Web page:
Mast cells as effector cells: a co-stimulating question.
ABSTRACT Mast cells are currently recognized as effector cells in many settings beyond just allergic reactions, including innate immunity, autoimmunity, chronic inflammatory disorders and atherosclerosis. Signaling pathways of the mast cell response have been widely explored in the past but these are still linked with single axes, such as the high affinity IgE receptor FcepsilonRI, presumably an exclusive determinant of the magnitude of the response to allergen. By contrast, the T cell receptor is viewed as a rich complex of stimulatory and co-stimulatory molecules, setting an array of thresholds to ensure a highly regulated response. Recent observations show that mast cells express various classes of co-stimulatory molecules that modulate their function. These molecules might therefore contribute to the outcome of mast cell-associated pathologies, and constitute new therapeutic targets in such diseases.
Conference Paper: Deuterium Gas Puff And CD/sub 2/ Fiber Array Z-Pinch on SaturnPlasma Science, 1991. IEEE Conference Record - Abstracts., 1991 IEEE International Conference on; 01/1991
Article: Histologie fonctionnelle du derme[Show abstract] [Hide abstract]
ABSTRACT: The skin is composed of epidermis, dermis and subcutaneous tissue that interconnect anatomically. The dermis is an integrated system of fibrous and amorphous connective tissue that accommodates nerve and vascular networks, epidermally derived appendages, fibroblasts, macrophages and mast cells. Elastic and collagen tissue are the main types of fibrous connective tissue. The elastic connective tissue is assembled in a continuous network including mature elastic fibers, immature elaunin fibers and oxytalan fibers. Mature elastic fibers and elaunin have microfibrillar and amorphous matrix components while oxytalan fibers only contain microfibrils. Several molecules have been identified as constituents of the elastic fibers. Among the most characterized of these molecules is elastin in amorphous matrix, fibrillins 1 and 2 and LTBP-2 (ligand of latent TGFβ) in microfibrils and fibulins which interconnect elastin and fibrillins. Elastic fibers provides elasticity to the skin. Under electron microscope, collagen fibers appears as of bundles of periodically banded fibrils which are composed of collagens types I, III and V; type V collagen is believed to assist in regulating fibril diameter. They are associated with FACITs (fibril-associated collagen with interrupted triple helixes) collagens types XIV et XVI. Collagen fibers provide tensile strenght to the skin. Non fibrous connective tissue molecules include finely filamentous glycoproteins, glycosaminoglycans and proteoglycans of “the ground substance” (hyaluronic acid and chondroitin sulphate, dermatan sulphate, versican, decorin). Fibroblasts, macrophages and mast cells are regular residents of the dermis. The main function of these cells are well known. Fibroblasts are responsible for the synthesis and the degradation of fibrous and non fibrous connective tissue matrix proteins. Macrophages are phagocytic; they process and present antigen to immunocompetent lymphoid cells. Mast cells are responsible for IgE mediated acute, subacute and chronic inflammation. All these cells have a long list of other functions, in particular they are involved in coagulation, wound healing and tissue remodeling.Annales de Dermatologie et de Vénéréologie 01/2008; 135(1):5-20. DOI:10.1016/S0151-9638(08)70206-0 · 0.67 Impact Factor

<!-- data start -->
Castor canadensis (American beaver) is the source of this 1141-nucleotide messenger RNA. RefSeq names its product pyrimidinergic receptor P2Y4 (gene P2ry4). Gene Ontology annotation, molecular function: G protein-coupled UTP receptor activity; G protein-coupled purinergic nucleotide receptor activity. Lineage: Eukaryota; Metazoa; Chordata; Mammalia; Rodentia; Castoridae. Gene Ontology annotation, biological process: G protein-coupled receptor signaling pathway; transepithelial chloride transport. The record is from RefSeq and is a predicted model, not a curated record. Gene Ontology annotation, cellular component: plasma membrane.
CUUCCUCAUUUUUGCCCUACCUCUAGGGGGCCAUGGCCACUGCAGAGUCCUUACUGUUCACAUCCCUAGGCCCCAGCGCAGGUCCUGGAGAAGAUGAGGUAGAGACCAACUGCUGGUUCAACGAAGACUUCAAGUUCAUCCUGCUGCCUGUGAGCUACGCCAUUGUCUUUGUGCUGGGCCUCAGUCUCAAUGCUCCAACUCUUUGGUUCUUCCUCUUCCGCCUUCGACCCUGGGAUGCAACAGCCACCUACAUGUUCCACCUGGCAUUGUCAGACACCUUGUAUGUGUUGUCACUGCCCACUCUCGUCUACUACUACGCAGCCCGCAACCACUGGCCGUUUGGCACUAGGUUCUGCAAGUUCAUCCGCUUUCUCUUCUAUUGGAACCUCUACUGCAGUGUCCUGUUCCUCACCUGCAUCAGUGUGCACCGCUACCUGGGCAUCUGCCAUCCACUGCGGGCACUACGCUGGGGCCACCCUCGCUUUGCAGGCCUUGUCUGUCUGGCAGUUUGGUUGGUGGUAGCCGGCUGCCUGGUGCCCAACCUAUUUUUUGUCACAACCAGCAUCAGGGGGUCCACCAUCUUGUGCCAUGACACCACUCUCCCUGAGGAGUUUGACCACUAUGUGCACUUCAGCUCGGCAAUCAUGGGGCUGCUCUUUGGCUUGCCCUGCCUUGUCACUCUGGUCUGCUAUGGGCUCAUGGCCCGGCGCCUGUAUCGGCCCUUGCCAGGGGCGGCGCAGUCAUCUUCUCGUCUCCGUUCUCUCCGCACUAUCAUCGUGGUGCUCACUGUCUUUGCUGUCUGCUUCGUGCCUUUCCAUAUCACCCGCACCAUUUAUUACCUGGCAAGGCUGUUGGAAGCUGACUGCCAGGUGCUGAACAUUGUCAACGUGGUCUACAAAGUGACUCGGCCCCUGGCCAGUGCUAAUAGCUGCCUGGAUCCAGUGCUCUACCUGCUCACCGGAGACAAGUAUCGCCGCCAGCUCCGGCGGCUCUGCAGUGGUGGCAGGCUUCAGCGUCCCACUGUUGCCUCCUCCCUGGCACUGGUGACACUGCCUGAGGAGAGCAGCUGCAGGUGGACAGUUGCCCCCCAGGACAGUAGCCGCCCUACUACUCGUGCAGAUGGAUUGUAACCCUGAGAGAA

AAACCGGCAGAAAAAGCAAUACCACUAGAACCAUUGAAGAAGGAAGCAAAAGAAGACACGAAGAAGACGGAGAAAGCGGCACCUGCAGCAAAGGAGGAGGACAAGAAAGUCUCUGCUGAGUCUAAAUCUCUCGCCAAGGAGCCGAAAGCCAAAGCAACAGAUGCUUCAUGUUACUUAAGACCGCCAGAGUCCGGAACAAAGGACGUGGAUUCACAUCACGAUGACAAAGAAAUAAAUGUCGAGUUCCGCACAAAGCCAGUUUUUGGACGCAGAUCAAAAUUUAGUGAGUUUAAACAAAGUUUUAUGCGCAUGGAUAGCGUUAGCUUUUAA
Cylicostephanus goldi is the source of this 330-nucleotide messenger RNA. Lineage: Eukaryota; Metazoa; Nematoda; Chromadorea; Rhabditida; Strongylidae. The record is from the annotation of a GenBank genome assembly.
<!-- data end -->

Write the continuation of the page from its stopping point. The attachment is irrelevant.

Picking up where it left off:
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ABSTRACT: Background Chronic Fatigue Syndrome (CFS) is a neuroimmunoendocrine disease affecting about 1% of the US population, mostly women. It is characterized by debilitating fatigue for six or more months in the absence of cancer or other systemic diseases. Many CFS patients also have fibromyalgia and skin hypersensitivity that worsen with stress. Corticotropin-releasing hormone (CRH) and neurotensin (NT), secreted under stress, activate mast cells (MC) necessary for allergic reactions to release inflammatory mediators that could contribute to CFS symptoms.Objective To investigate the effect of isoflavones on the action of polyinosinic:polycytidylic acid (poly(I:C)), with or without swim stress, on mouse locomotor activity and inflammatory mediator expression, as well as on human MC activation.Methods Female C57BL/6 mice were randomly divided into four groups: (a) control/no-swim, (b) control/swim, (c) poly(I:C)/no swim, and (d) poly(I:C)/swim. Mice were provided with chow low or high in isoflavones for 2 weeks prior to ip injection with 20 mg/kg poly(I:C) followed or not by swim stress for 15 minutes. Locomotor activity was monitored overnight and animals were sacrificed the following day. Brain and skin gene expression, as well as serum levels, of inflammatory mediators were measured. Data were analyzed using the non-parametric Mann-Whitney U-test.ResultsPoly(I:C)-treated mice had decreased locomotor activity over 24 hours, and increased serum levels of TNF-¿, IL-6, KC (IL-8/CXCL8 murine homolog), CCL2,3,4,5, CXCL10, as well as brain and skin gene expression of TNF, IL-6, KC (Cxcl1, IL8 murine homolog), CCL2, CCL4, CCL5 and CXCL10. Histidine decarboxylase (HDC) and NT expression were also increased, but only in the skin, over the same period. High isoflavone diet reversed these effects.Conclusion Poly(I:C) treatment decreased mouse locomotor activity and increased serum levels and brain and skin gene expression of inflammatory mediators. These effects were inhibited by isoflavones that may prove useful in CFS.Journal of Neuroinflammation 10/2014; 11(1):168. DOI:10.1186/s12974-014-0168-5 · 4.90 Impact Factor